What I read in December 2023

🍵 I took some time off from work for the Holidays, so I managed to dive into a bunch of books! These last weeks of the December brought a lot of rain (instead of snow), and I enjoyed having quiet mornings sitting in my cozy corner with a cup of tea and my e-reader. It was basically my idea of pure bliss – raindrops, good book, and zero stress.

  1. The Duchess Deal (Girl Meets Duke #1) by Tessa Dare, 384p: I didn’t like the main characters. The female character seemed like she didn’t have her own agency or maybe her opinions weren’t openly expressed (even in self monologues) and I missed that. I wasn’t too much into the sense of sarcastic humour in this one. It's the whole marriage-of-convenience trope, and it didn’t work that well for me.

  2. The Crown of Gilded Bones (Blood And Ash #3) by Jennifer L. Armentrout, 645p: I feel like this third book could have closed the arc with the war between Solis and Atlantia, but the author leaves the conflict for the next book. I think I got enough of this world already, and this book reveals and explains Poppy's background, and we finally discover who she really is. The world building keeps on adding more creatures and beings that were supposedly legend, but they turn out to still exist. The good thing about this one is that there are some relaxing moments where Poppy and Casteel are just having a great time together and enjoying life a little. So it's less dark than the previous ones for a while. The ending is again shocking, but this time I didn't want to continue to the next one just yet.

  3. White Trash Warlock (Adam Binder #1) by David R. Slayton, 307p: This was an easy, quick read and decent for a debut novel. It incorporates all the urban fantasy tropes I'm familiar with.  The book carries a similar vibe to The Dresden Files but with more diverse characters and a gay romance, which is refreshing.  Although there are interesting plot twists, the overall story didn't grab me too much by the end. I felt the lack of character development for Annie; we were not given insight into what she was feeling, making her seem like a voiceless character.  The book explores some dark themes, such as forced institutionalization and child abuse, which I found pulled me out of the intended joyful tone of the story. I wasn't too familiar with the whole “white trash” topic, so I learned a little bit.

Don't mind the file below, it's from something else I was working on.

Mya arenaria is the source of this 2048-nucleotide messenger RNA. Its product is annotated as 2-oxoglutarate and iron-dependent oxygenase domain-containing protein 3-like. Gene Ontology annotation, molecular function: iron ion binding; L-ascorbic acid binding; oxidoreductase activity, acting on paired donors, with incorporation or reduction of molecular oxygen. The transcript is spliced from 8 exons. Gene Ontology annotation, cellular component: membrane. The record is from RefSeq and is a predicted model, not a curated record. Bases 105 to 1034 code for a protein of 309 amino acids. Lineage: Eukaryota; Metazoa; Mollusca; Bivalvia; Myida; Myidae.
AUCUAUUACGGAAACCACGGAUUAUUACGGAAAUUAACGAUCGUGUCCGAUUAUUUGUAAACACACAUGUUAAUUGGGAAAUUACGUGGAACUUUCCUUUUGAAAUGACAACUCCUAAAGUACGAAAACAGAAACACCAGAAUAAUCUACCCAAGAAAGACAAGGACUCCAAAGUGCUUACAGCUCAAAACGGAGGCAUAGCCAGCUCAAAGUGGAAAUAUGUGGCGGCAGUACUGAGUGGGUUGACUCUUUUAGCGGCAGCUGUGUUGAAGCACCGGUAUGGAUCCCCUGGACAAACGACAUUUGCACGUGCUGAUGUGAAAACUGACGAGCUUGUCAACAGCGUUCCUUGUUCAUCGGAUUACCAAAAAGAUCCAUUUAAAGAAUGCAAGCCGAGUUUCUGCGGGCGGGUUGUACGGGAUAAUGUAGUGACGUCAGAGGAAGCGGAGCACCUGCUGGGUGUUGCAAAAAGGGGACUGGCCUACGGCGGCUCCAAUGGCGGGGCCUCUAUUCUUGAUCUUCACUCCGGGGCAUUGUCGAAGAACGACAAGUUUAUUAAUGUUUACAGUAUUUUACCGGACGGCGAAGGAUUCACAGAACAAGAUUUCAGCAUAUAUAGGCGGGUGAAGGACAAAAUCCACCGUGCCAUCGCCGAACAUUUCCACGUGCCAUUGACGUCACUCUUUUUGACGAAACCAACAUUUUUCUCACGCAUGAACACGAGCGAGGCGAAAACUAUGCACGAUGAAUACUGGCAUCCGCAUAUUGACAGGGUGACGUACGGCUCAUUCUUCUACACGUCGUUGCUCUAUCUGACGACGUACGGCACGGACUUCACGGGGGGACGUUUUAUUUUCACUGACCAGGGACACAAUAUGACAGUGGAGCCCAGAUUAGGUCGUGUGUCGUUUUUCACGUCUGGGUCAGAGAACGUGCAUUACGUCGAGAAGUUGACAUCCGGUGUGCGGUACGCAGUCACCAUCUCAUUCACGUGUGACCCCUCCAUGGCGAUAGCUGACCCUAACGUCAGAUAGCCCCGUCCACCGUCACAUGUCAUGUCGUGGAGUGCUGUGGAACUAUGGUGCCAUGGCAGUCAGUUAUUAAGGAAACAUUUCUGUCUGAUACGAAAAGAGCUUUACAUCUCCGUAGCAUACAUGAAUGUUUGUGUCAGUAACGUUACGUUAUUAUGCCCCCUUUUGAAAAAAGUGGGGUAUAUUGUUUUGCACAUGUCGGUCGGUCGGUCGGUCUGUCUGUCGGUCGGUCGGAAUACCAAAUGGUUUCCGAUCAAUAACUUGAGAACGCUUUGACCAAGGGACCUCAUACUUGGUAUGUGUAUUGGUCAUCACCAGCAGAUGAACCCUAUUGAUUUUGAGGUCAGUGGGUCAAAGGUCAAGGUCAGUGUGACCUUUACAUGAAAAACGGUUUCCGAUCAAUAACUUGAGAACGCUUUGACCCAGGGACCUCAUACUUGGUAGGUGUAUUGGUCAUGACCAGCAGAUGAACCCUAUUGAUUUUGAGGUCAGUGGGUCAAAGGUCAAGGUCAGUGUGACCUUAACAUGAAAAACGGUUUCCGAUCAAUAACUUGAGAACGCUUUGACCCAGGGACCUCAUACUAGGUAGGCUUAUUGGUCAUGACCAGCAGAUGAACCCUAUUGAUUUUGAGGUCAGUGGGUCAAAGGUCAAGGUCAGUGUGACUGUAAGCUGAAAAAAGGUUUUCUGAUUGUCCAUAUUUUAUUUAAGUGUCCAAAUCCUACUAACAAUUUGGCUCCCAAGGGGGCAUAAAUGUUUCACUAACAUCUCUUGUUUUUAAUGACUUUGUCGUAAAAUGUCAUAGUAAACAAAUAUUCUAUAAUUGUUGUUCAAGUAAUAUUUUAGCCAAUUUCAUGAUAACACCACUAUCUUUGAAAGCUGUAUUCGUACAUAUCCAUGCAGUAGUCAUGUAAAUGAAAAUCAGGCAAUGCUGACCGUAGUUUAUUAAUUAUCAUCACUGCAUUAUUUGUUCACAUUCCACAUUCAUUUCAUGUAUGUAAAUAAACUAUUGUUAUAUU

4. The Ghost Brigades (Old Man's War #2) by John Scalzi, 356p: Getting back to this series a few years after I read the first one. I enjoyed the thought experiment about transfer of consciousness and identity. It gets into these themes in an easy-to-understand way, and I had fun reading it. I want to read the next book, I think there are interesting things to be explored in this universe.

  5. Love, Theoretically by Ali Hazelwood, 392p: A S.T.E.M. romance at its best. Real academic background, lots of physics dad jokes, slow burn romance and supportive relationships. I devoured this book in 2 days: theoretical versus experimental physics shenanigans. I think the relationship development was deep and masterfully done. A theme that spoke close to my heart was the “people pleaser” identity that Elsie was dealing with. I cried and laughed with this book. I love anything this author writes, she has become a must-read for me.

  6. The Last Colony (Old Man's War #3) by John Scalzi, 337p: I liked that this third book in the series takes us back to the protagonist of Old Man's War (John Perry) and characters from the second book (Jane Sagan and Zoe). We follow the characters in the process of starting a new colony in another planet: Roanoke. I think John Perry has always been my favourite character because of his human traits. I missed some more development about the race inhabiting the planet: it seems it could develop into a main plot issue, but it's totally forgotten at some point. There are some interesting discussions about the costs of war, colonization rights and genocide in the name of peace. These themes are never explored too deeply, making it a light and interesting read overall.

  7. Getting Things Done: The Art of Stress-Free Productivity by David Allen, 352p (re-read): This is my third time reading this book, and I’ve written a series of posts with reading notes. I started my re-read back in September, I took my time, and now I’m done. I still learn a lot each time I read this book. It’s timeless!


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By Noisy Deadlines Minimalist in progress, nerdy, introvert, skeptic. I don't leave without my e-reader.